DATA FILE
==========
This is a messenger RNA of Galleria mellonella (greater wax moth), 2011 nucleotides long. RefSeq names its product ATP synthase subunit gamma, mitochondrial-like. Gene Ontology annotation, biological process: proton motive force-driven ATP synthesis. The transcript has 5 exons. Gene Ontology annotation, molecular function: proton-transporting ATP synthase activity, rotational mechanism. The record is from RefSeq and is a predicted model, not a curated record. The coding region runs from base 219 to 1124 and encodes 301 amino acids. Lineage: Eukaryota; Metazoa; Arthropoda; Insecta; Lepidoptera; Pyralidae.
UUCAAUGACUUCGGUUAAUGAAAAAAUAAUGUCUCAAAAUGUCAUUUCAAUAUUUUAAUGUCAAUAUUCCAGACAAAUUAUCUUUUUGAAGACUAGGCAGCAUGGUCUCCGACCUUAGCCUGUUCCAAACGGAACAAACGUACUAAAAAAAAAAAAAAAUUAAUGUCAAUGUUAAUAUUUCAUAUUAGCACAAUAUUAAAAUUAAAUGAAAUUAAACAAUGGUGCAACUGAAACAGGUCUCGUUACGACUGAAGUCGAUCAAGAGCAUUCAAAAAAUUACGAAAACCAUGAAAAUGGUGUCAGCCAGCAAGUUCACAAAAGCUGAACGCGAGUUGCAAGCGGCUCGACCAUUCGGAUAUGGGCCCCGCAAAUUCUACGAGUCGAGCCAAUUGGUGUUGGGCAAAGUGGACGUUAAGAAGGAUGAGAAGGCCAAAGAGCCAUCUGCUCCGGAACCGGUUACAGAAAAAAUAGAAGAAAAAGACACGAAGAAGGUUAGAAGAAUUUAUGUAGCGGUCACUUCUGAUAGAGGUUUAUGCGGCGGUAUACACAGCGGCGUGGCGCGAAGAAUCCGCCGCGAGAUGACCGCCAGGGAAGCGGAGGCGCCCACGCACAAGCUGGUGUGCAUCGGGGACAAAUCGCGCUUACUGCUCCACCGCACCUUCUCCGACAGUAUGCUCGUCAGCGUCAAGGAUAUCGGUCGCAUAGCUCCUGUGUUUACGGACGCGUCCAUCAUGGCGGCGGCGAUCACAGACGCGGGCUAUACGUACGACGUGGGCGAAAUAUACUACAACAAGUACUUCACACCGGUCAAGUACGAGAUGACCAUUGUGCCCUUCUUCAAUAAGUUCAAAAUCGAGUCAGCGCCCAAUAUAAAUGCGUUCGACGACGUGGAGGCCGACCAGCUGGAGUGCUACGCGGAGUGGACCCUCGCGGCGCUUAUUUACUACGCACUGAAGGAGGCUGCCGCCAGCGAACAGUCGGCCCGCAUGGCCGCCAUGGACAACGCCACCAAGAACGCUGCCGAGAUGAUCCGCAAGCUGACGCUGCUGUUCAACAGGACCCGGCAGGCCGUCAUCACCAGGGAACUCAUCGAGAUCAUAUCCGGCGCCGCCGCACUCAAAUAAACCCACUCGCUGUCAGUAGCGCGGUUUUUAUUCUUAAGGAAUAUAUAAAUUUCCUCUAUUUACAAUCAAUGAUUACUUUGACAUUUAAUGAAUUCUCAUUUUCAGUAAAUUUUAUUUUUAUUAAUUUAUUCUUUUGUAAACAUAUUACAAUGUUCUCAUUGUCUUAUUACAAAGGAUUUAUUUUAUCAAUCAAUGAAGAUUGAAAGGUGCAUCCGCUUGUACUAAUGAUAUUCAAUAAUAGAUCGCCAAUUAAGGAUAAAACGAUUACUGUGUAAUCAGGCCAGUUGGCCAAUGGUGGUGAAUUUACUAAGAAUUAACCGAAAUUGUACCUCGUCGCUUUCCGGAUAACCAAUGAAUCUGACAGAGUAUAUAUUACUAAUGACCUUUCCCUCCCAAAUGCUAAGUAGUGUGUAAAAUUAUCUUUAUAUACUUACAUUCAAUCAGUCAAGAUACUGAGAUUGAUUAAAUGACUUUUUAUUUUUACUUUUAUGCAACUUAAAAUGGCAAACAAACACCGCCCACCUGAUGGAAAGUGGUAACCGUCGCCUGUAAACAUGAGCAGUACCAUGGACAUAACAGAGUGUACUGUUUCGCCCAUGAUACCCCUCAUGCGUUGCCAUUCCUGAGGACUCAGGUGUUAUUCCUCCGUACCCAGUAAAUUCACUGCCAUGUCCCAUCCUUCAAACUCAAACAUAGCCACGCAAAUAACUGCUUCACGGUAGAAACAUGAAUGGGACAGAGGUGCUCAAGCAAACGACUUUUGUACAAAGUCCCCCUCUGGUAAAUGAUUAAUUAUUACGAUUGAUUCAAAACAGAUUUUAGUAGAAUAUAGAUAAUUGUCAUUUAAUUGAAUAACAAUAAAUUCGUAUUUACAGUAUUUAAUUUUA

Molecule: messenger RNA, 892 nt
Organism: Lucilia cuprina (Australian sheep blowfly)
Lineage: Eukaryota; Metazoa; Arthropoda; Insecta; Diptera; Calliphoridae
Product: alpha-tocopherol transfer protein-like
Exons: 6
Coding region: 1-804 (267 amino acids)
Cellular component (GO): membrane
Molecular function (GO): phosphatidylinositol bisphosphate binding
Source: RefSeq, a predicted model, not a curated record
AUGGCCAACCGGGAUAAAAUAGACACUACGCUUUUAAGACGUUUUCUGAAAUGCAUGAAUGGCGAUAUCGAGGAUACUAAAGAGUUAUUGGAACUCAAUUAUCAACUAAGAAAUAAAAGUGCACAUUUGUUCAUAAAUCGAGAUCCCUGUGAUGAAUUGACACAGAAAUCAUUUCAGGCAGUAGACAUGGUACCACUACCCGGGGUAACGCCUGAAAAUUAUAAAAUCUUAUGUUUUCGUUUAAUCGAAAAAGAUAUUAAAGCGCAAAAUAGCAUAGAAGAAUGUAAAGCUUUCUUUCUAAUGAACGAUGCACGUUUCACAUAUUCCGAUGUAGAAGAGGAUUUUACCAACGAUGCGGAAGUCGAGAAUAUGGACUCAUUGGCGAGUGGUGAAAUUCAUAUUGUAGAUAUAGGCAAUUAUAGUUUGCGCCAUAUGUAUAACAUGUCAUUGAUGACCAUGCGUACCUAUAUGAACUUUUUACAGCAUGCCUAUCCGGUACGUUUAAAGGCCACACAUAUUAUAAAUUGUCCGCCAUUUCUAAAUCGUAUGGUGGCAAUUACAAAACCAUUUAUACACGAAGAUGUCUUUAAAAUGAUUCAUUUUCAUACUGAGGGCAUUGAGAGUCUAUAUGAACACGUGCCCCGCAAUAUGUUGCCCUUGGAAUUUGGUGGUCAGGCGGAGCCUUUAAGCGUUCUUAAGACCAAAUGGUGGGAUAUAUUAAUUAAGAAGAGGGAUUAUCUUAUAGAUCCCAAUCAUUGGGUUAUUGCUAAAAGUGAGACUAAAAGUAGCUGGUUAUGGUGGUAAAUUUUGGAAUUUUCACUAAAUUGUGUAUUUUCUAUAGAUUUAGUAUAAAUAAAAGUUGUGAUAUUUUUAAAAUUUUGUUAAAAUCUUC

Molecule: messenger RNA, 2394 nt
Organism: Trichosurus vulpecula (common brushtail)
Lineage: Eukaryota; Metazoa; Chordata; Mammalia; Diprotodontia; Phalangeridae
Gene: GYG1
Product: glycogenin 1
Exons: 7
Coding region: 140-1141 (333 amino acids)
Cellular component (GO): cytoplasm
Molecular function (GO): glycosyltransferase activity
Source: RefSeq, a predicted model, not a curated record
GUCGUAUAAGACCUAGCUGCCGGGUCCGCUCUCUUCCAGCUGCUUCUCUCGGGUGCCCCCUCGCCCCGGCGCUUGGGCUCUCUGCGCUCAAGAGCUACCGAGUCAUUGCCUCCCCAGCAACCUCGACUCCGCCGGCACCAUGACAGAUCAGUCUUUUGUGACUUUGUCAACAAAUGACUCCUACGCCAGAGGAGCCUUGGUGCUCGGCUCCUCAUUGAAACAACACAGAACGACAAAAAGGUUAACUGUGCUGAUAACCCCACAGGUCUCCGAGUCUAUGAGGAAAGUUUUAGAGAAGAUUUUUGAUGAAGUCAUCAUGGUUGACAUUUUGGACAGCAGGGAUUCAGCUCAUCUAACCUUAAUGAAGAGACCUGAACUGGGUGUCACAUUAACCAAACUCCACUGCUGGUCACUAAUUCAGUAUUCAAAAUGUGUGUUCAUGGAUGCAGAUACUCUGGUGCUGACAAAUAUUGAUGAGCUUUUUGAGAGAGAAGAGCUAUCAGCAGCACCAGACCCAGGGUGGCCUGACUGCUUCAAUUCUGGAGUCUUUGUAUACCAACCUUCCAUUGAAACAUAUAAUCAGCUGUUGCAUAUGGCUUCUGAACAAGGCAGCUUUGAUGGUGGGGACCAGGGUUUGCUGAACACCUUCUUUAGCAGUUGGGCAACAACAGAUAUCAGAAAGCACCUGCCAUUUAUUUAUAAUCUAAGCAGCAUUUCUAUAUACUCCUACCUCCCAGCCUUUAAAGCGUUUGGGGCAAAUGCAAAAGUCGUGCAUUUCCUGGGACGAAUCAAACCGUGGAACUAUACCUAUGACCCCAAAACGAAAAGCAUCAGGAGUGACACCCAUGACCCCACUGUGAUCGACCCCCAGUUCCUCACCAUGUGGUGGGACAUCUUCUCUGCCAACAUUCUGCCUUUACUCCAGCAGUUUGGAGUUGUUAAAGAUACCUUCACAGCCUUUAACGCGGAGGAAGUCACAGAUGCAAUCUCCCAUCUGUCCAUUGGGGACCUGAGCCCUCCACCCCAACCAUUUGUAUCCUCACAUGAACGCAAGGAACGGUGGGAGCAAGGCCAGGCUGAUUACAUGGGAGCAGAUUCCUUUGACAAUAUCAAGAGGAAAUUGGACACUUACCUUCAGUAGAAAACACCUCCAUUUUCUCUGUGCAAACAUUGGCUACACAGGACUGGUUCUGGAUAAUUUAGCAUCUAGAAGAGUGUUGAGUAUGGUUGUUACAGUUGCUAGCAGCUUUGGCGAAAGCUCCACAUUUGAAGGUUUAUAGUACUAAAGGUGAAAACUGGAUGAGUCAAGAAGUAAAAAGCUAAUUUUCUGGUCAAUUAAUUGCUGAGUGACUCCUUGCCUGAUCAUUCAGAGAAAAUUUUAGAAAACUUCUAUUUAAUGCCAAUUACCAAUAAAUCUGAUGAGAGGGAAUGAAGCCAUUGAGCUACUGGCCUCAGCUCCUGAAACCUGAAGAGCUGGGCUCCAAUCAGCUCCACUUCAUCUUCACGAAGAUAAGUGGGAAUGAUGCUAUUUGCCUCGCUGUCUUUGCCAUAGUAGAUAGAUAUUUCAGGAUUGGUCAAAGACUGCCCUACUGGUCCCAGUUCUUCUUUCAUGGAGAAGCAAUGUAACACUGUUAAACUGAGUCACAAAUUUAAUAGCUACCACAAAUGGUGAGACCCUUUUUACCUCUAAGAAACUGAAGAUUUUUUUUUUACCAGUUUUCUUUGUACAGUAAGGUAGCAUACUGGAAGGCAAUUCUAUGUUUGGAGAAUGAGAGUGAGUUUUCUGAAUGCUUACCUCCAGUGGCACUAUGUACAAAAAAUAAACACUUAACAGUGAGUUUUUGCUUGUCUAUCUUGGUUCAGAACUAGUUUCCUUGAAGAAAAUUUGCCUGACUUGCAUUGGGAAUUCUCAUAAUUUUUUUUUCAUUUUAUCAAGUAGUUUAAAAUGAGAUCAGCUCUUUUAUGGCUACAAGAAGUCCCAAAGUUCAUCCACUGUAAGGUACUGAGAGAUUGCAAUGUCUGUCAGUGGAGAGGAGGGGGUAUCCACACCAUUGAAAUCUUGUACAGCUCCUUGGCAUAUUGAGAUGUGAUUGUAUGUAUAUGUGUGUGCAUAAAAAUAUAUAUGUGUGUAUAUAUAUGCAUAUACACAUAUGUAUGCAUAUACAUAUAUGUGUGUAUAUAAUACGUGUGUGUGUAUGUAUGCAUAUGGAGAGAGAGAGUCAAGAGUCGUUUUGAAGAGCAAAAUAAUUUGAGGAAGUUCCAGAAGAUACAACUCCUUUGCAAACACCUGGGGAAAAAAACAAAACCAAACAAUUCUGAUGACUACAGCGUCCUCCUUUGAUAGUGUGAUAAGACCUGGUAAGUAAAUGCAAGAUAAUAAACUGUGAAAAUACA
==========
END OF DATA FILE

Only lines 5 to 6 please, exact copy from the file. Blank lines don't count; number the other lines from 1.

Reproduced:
Lineage: Eukaryota; Metazoa; Arthropoda; Insecta; Diptera; Calliphoridae
Product: alpha-tocopherol transfer protein-like